"THE KILL CLAUSE is like a literary Law & Order, without the commercials. Bottom Line: Killer read."
[Hurwitz] is a highly inclusive writer. He has done abundant research into U.S. marshals, and he lays out their culture skillfully. He digs deep into Rackley's agonizing break with his wife, and he writes well about violence and the specifics of some terrible crimes … This is an impressive start to what is billed as a new series about Tim Rackley.
A motley crew of ex-cops and fringe characters, who have all lost loved ones and seen the villains walk, are organized into a vigilante hit squad by a media personality who sees this as a good launchpad for his books in this first thriller in a projected series by Hurwitz (Do No Harm; Minutes to Burn). The squad-or the Commission, as it calls itself-chooses as executioner Tim Rackley, a US marshal and former Special Forces muscle who is vulnerable to their offer, having just lost his only child in a gruesome attack ("her remains had required three biohazard bags to depart the scene"). Devastated, Rackley leaves his job and his wife, a county sheriff, to take the assignment, disappearing into the murk of L.A. to begin a series of high-tech hits on high-profile criminals who have slipped through the system's cracks-including the man who, Rackley believes, killed his daughter. But Rackley suspects the Commission of fuzzy logic after one unclear target assessment leads two of the Commission (a murderous pair of bulked-up ex-cop brothers called, none too subtly, the "Mastersons") to go on a rampage, invoking the Commission's "kill clause"-the immediate (and brutal) dissolution of the squad. Caught between his former law enforcement colleagues and the Mastersons' rising bloodlust, Tim must risk one more vigilante act to put justice back in the hands of the courts. The high gore level and farfetched premise give the novel a cartoonish edge, but Hurwitz's deft descriptions of Tim's methods of disappearing, breaking-and-entering, and stealing identities are convincing, and his fast-paced plotting will keep readers riveted. Tim is a promising series hero, with his multitude of skills and conflicted loyalties, and Hurwitz is off to a fine start with this first installment. Major ad/promo; 5-city author tour. (Aug.) Copyright 2003 Reed Business Information.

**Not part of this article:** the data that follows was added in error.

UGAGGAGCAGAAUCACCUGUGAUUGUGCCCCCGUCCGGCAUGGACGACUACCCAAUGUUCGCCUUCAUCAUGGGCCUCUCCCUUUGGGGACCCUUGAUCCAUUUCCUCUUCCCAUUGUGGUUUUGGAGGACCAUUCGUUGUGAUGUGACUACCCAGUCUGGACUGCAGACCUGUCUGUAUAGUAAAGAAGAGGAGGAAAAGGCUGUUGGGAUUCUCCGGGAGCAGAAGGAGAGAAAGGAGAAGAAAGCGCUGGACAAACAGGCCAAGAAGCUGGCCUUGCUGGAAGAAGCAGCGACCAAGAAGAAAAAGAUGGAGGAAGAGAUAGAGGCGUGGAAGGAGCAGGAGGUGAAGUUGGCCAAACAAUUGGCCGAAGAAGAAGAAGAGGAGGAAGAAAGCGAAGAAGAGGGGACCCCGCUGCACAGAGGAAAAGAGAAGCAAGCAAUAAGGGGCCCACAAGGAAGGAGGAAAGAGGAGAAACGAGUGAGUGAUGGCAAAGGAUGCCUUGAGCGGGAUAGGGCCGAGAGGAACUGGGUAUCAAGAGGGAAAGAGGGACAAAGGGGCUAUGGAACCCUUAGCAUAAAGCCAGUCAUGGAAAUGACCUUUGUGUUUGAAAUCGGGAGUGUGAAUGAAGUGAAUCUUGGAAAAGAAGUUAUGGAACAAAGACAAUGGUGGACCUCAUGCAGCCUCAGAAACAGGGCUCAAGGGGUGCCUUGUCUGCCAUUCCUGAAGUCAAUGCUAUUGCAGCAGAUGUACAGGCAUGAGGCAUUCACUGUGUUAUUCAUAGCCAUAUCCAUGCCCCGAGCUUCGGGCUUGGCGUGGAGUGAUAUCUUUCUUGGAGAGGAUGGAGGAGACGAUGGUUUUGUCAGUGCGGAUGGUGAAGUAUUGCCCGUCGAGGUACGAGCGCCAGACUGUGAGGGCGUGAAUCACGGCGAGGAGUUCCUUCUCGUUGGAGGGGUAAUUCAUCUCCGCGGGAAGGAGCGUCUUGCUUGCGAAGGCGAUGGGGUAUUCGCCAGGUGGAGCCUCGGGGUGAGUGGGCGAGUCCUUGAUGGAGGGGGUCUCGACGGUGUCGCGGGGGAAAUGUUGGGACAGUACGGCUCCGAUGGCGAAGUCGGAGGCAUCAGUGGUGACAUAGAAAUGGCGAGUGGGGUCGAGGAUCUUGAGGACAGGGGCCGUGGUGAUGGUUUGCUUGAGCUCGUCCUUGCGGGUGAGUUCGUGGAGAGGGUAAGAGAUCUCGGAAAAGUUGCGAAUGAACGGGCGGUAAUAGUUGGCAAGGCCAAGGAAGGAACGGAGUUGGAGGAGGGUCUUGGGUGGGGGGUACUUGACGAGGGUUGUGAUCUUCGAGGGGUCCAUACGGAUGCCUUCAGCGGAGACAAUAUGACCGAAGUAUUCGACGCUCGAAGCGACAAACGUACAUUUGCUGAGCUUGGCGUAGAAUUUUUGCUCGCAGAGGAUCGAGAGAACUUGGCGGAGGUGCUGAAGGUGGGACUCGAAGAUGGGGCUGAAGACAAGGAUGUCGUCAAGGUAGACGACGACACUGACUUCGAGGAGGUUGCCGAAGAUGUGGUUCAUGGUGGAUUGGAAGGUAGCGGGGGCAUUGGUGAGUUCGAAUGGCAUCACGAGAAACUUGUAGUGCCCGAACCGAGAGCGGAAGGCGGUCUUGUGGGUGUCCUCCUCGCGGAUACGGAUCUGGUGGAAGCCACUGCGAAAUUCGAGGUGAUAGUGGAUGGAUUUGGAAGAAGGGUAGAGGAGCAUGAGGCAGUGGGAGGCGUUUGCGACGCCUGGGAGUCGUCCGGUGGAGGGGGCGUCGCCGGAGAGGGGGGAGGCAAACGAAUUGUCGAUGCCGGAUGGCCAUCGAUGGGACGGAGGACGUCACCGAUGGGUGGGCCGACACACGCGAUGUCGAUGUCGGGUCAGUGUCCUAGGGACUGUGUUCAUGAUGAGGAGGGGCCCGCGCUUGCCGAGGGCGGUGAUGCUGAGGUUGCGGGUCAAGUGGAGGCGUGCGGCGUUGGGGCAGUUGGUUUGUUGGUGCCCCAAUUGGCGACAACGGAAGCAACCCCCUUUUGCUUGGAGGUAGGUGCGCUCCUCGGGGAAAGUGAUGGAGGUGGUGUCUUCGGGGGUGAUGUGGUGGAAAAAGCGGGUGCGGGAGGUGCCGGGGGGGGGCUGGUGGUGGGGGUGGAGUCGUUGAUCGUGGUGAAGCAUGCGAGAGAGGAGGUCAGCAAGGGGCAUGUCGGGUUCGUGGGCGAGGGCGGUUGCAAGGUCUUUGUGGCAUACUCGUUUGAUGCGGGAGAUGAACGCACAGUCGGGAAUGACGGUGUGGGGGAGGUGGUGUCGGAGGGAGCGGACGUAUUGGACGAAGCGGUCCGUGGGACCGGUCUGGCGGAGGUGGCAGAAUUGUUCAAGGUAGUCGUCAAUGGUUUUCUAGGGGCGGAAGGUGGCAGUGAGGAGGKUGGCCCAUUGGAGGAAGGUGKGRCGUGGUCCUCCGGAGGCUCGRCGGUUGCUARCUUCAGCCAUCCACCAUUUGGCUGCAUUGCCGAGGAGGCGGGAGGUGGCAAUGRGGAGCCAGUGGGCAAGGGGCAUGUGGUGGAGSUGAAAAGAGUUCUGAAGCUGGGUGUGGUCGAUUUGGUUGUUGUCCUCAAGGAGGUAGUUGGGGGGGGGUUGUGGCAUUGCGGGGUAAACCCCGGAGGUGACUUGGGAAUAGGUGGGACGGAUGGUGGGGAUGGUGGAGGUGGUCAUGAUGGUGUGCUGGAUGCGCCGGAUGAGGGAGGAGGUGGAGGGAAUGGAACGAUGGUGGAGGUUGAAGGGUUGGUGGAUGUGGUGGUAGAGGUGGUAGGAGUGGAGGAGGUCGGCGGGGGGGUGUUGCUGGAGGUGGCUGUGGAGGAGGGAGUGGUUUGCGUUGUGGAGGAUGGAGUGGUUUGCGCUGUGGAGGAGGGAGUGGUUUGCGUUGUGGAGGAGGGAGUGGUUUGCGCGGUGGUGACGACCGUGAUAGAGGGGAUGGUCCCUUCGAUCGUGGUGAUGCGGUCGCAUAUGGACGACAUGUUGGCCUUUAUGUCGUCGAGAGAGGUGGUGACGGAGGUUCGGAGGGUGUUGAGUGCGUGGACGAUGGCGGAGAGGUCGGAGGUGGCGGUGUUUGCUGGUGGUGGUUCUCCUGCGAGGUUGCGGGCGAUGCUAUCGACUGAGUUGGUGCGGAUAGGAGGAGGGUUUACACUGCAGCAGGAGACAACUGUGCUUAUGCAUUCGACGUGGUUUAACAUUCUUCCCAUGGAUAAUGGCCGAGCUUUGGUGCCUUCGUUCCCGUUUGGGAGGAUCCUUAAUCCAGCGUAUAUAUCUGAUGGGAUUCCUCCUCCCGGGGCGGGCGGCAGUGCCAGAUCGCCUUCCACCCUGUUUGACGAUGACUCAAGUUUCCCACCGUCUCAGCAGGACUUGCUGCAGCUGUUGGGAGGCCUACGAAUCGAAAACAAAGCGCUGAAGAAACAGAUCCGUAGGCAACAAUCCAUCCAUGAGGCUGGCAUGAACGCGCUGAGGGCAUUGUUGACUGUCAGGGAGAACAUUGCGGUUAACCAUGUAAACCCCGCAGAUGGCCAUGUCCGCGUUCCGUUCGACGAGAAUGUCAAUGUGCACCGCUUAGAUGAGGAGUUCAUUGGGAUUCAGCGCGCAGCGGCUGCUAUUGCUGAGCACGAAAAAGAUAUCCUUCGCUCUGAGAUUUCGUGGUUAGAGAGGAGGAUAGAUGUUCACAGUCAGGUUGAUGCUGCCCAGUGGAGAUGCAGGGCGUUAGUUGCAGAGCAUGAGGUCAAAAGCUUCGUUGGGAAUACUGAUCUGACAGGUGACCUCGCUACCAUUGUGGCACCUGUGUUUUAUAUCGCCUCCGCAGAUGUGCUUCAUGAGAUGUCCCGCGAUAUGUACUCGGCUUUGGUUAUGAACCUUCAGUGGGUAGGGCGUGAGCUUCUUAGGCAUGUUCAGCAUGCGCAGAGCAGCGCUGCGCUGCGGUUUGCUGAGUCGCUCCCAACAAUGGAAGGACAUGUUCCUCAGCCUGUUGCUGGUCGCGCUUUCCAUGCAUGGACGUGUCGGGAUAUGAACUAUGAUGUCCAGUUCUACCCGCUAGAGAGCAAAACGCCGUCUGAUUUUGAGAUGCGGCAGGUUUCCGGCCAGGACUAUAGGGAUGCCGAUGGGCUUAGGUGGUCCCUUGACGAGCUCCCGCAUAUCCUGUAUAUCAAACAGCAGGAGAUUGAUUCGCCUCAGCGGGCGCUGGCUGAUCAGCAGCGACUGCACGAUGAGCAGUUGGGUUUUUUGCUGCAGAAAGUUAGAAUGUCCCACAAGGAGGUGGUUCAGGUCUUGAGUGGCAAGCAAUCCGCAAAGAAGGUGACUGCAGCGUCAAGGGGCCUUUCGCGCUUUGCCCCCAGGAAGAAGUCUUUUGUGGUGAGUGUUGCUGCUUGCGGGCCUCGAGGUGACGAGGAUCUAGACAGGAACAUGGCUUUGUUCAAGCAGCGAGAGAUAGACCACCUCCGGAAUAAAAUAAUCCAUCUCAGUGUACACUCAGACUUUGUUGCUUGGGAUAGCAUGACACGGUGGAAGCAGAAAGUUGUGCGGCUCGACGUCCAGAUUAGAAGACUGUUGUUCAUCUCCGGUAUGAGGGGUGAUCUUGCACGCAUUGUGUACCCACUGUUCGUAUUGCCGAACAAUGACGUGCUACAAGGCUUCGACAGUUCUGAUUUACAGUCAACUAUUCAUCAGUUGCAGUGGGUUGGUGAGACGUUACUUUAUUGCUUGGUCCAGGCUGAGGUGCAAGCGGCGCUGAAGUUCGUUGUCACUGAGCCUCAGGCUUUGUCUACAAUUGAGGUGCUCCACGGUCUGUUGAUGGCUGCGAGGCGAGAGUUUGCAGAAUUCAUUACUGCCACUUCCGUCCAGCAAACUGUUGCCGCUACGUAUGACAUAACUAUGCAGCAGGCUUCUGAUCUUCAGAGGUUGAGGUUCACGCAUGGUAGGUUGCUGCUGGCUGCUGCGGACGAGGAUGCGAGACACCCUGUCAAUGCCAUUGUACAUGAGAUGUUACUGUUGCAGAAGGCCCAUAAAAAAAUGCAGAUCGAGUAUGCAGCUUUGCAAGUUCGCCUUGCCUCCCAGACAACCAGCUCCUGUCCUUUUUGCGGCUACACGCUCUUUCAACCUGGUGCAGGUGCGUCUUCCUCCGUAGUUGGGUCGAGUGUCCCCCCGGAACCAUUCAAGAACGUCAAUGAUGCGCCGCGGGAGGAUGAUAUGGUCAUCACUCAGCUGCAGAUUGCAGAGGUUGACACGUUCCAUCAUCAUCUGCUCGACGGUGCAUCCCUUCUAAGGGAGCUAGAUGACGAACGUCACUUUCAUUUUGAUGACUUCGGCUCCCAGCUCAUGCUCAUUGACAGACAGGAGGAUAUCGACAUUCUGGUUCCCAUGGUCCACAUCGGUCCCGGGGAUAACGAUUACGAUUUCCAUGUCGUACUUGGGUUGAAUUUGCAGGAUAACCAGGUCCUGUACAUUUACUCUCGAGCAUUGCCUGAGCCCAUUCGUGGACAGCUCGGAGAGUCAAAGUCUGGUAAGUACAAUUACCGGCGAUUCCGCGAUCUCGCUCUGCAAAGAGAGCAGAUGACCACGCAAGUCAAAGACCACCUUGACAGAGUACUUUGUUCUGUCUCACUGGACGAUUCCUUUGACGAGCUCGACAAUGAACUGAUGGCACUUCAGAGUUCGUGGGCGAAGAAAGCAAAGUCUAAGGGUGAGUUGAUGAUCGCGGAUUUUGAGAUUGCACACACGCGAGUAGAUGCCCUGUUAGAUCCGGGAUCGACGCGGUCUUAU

"Michael Crichton's heir apparent," enthuses the publicist, but decide for yourself. After his daughter is murdered and her killer freed on a technicality, U.S. Deputy Marshall Tim Rackley looks for justice by joining forces with others who want the death of a loved one avenged. But his plan backfires, and it looks as if he might end up dead himself. Copyright 2003 Reed Business Information.
Lawman father of a murdered child turns vigilante: a near-miss thriller about revenge and redemption. In a gripping opener, the Rackleys-Tim, a US Marshall, Dray a deputy sheriff-receive news of their daughter's murder while they're arranging the seven candles on her surprise birthday cake. Within hours, the Moorpark Police (it's an LA suburb) have a man in custody, semiretarded Roger Kindell, against whom the physical evidence is overwhelming. Kindell confesses, and Dray's deputy sheriff pals offer Tim a collegial opportunity: "I got a throw-down," one of them says helpfully. An emotional basket case, Tim is tempted but finally resists-though later, when Kindell goes free on a technicality, he experiences intense and bitter regret. Enter ex-cop Franklin Dumone, enigmatic harbinger of second chances, with a kind of Faustian bargain: If Tim will join a certain ad hoc group, Kindell could be his again. It's a motley enough bunch, six people who've all been up-close and personal to terrible crimes only to see the perpetrators dodge between the laws. They're called the Commission and see themselves as a highly efficient, totally incorruptible judge and jury dedicated to redressing appalling miscarriages of justice. And they've tapped Tim to be their executioner. Ordinarily, Tim can suss out a vigilante no matter how dissimulating the sheep's clothing, but just now, blinkered by rage and grief, he allows the feral in him to be controlling. His wife doesn't like him for it, and neither does his best friend and partner. In time, Tim himself will see the thing clearly, but by then the die will have been cast. Or will it? A brilliant beginning goes draggy and rhetoric-impeded. Hurwitz (Minutes toBurn, 2001, etc.), wanting to write a novel of ideas that's also a fast-paced thriller, gets hung up between the two, as have many other good writers before him. Agent: Matthew Guma/Arthur Pine Associates